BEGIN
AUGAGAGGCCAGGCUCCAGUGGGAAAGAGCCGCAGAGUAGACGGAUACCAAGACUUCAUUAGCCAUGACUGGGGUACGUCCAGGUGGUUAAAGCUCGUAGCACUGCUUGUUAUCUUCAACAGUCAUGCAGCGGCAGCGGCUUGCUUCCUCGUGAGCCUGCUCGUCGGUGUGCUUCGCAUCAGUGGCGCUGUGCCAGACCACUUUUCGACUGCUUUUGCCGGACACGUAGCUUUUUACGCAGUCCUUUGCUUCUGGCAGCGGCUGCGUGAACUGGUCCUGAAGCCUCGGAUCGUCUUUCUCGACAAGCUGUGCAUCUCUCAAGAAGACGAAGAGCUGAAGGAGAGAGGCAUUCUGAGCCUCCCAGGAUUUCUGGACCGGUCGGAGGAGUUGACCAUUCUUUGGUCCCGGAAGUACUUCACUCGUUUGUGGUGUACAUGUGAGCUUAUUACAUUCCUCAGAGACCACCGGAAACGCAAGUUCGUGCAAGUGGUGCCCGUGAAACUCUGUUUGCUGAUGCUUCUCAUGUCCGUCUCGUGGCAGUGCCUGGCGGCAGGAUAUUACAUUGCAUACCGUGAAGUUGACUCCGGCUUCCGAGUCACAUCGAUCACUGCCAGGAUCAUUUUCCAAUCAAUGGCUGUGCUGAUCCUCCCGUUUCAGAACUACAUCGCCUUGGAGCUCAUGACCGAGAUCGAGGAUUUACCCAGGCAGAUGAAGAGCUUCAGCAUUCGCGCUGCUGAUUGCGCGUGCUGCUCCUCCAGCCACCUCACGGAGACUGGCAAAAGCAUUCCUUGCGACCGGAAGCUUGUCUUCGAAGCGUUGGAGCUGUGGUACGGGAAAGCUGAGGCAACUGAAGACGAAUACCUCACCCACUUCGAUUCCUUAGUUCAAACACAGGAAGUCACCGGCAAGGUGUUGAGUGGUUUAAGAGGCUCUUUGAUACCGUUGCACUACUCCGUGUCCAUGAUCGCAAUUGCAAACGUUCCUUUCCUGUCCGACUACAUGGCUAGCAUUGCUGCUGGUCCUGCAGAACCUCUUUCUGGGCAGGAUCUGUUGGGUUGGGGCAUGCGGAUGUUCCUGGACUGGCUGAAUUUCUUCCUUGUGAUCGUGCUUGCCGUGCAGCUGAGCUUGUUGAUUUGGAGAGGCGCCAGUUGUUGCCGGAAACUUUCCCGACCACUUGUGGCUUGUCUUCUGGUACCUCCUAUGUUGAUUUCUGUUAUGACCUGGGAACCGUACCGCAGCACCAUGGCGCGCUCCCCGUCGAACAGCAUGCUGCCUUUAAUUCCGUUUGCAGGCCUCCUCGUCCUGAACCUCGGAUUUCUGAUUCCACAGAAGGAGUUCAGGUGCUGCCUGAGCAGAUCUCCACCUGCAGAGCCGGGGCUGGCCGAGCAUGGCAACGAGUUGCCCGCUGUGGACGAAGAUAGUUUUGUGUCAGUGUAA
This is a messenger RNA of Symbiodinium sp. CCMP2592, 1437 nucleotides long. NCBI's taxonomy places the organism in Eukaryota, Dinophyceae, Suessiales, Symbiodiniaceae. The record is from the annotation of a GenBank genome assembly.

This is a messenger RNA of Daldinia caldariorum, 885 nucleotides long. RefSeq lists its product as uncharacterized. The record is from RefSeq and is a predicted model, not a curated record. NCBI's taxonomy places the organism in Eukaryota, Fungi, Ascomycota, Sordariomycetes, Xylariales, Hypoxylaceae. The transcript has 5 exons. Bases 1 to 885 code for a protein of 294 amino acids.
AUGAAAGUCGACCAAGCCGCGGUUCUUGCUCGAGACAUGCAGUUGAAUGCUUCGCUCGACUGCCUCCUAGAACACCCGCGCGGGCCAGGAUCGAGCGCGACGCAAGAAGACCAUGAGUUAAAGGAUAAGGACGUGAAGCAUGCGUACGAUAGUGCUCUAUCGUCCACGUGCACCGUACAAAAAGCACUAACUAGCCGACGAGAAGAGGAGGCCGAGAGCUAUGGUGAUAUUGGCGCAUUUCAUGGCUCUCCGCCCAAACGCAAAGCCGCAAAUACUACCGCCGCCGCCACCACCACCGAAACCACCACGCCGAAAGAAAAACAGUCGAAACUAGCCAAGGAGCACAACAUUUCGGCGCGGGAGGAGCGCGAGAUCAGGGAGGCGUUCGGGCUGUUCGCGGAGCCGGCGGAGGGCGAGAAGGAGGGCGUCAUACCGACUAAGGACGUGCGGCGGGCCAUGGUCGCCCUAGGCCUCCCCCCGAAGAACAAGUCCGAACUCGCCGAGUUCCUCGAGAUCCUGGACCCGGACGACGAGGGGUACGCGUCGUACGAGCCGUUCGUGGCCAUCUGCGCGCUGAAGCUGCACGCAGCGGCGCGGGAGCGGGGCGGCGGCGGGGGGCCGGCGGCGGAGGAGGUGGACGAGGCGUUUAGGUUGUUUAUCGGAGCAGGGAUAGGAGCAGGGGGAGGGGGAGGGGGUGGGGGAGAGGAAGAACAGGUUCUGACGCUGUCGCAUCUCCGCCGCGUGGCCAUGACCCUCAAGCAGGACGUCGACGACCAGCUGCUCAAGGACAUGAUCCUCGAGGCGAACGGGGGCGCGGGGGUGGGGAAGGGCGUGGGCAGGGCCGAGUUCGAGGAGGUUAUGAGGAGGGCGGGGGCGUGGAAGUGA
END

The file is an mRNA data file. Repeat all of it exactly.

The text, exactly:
AUGAGAGGCCAGGCUCCAGUGGGAAAGAGCCGCAGAGUAGACGGAUACCAAGACUUCAUUAGCCAUGACUGGGGUACGUCCAGGUGGUUAAAGCUCGUAGCACUGCUUGUUAUCUUCAACAGUCAUGCAGCGGCAGCGGCUUGCUUCCUCGUGAGCCUGCUCGUCGGUGUGCUUCGCAUCAGUGGCGCUGUGCCAGACCACUUUUCGACUGCUUUUGCCGGACACGUAGCUUUUUACGCAGUCCUUUGCUUCUGGCAGCGGCUGCGUGAACUGGUCCUGAAGCCUCGGAUCGUCUUUCUCGACAAGCUGUGCAUCUCUCAAGAAGACGAAGAGCUGAAGGAGAGAGGCAUUCUGAGCCUCCCAGGAUUUCUGGACCGGUCGGAGGAGUUGACCAUUCUUUGGUCCCGGAAGUACUUCACUCGUUUGUGGUGUACAUGUGAGCUUAUUACAUUCCUCAGAGACCACCGGAAACGCAAGUUCGUGCAAGUGGUGCCCGUGAAACUCUGUUUGCUGAUGCUUCUCAUGUCCGUCUCGUGGCAGUGCCUGGCGGCAGGAUAUUACAUUGCAUACCGUGAAGUUGACUCCGGCUUCCGAGUCACAUCGAUCACUGCCAGGAUCAUUUUCCAAUCAAUGGCUGUGCUGAUCCUCCCGUUUCAGAACUACAUCGCCUUGGAGCUCAUGACCGAGAUCGAGGAUUUACCCAGGCAGAUGAAGAGCUUCAGCAUUCGCGCUGCUGAUUGCGCGUGCUGCUCCUCCAGCCACCUCACGGAGACUGGCAAAAGCAUUCCUUGCGACCGGAAGCUUGUCUUCGAAGCGUUGGAGCUGUGGUACGGGAAAGCUGAGGCAACUGAAGACGAAUACCUCACCCACUUCGAUUCCUUAGUUCAAACACAGGAAGUCACCGGCAAGGUGUUGAGUGGUUUAAGAGGCUCUUUGAUACCGUUGCACUACUCCGUGUCCAUGAUCGCAAUUGCAAACGUUCCUUUCCUGUCCGACUACAUGGCUAGCAUUGCUGCUGGUCCUGCAGAACCUCUUUCUGGGCAGGAUCUGUUGGGUUGGGGCAUGCGGAUGUUCCUGGACUGGCUGAAUUUCUUCCUUGUGAUCGUGCUUGCCGUGCAGCUGAGCUUGUUGAUUUGGAGAGGCGCCAGUUGUUGCCGGAAACUUUCCCGACCACUUGUGGCUUGUCUUCUGGUACCUCCUAUGUUGAUUUCUGUUAUGACCUGGGAACCGUACCGCAGCACCAUGGCGCGCUCCCCGUCGAACAGCAUGCUGCCUUUAAUUCCGUUUGCAGGCCUCCUCGUCCUGAACCUCGGAUUUCUGAUUCCACAGAAGGAGUUCAGGUGCUGCCUGAGCAGAUCUCCACCUGCAGAGCCGGGGCUGGCCGAGCAUGGCAACGAGUUGCCCGCUGUGGACGAAGAUAGUUUUGUGUCAGUGUAA
This is a messenger RNA of Symbiodinium sp. CCMP2592, 1437 nucleotides long. NCBI's taxonomy places the organism in Eukaryota, Dinophyceae, Suessiales, Symbiodiniaceae. The record is from the annotation of a GenBank genome assembly.

This is a messenger RNA of Daldinia caldariorum, 885 nucleotides long. RefSeq lists its product as uncharacterized. The record is from RefSeq and is a predicted model, not a curated record. NCBI's taxonomy places the organism in Eukaryota, Fungi, Ascomycota, Sordariomycetes, Xylariales, Hypoxylaceae. The transcript has 5 exons. Bases 1 to 885 code for a protein of 294 amino acids.
AUGAAAGUCGACCAAGCCGCGGUUCUUGCUCGAGACAUGCAGUUGAAUGCUUCGCUCGACUGCCUCCUAGAACACCCGCGCGGGCCAGGAUCGAGCGCGACGCAAGAAGACCAUGAGUUAAAGGAUAAGGACGUGAAGCAUGCGUACGAUAGUGCUCUAUCGUCCACGUGCACCGUACAAAAAGCACUAACUAGCCGACGAGAAGAGGAGGCCGAGAGCUAUGGUGAUAUUGGCGCAUUUCAUGGCUCUCCGCCCAAACGCAAAGCCGCAAAUACUACCGCCGCCGCCACCACCACCGAAACCACCACGCCGAAAGAAAAACAGUCGAAACUAGCCAAGGAGCACAACAUUUCGGCGCGGGAGGAGCGCGAGAUCAGGGAGGCGUUCGGGCUGUUCGCGGAGCCGGCGGAGGGCGAGAAGGAGGGCGUCAUACCGACUAAGGACGUGCGGCGGGCCAUGGUCGCCCUAGGCCUCCCCCCGAAGAACAAGUCCGAACUCGCCGAGUUCCUCGAGAUCCUGGACCCGGACGACGAGGGGUACGCGUCGUACGAGCCGUUCGUGGCCAUCUGCGCGCUGAAGCUGCACGCAGCGGCGCGGGAGCGGGGCGGCGGCGGGGGGCCGGCGGCGGAGGAGGUGGACGAGGCGUUUAGGUUGUUUAUCGGAGCAGGGAUAGGAGCAGGGGGAGGGGGAGGGGGUGGGGGAGAGGAAGAACAGGUUCUGACGCUGUCGCAUCUCCGCCGCGUGGCCAUGACCCUCAAGCAGGACGUCGACGACCAGCUGCUCAAGGACAUGAUCCUCGAGGCGAACGGGGGCGCGGGGGUGGGGAAGGGCGUGGGCAGGGCCGAGUUCGAGGAGGUUAUGAGGAGGGCGGGGGCGUGGAAGUGA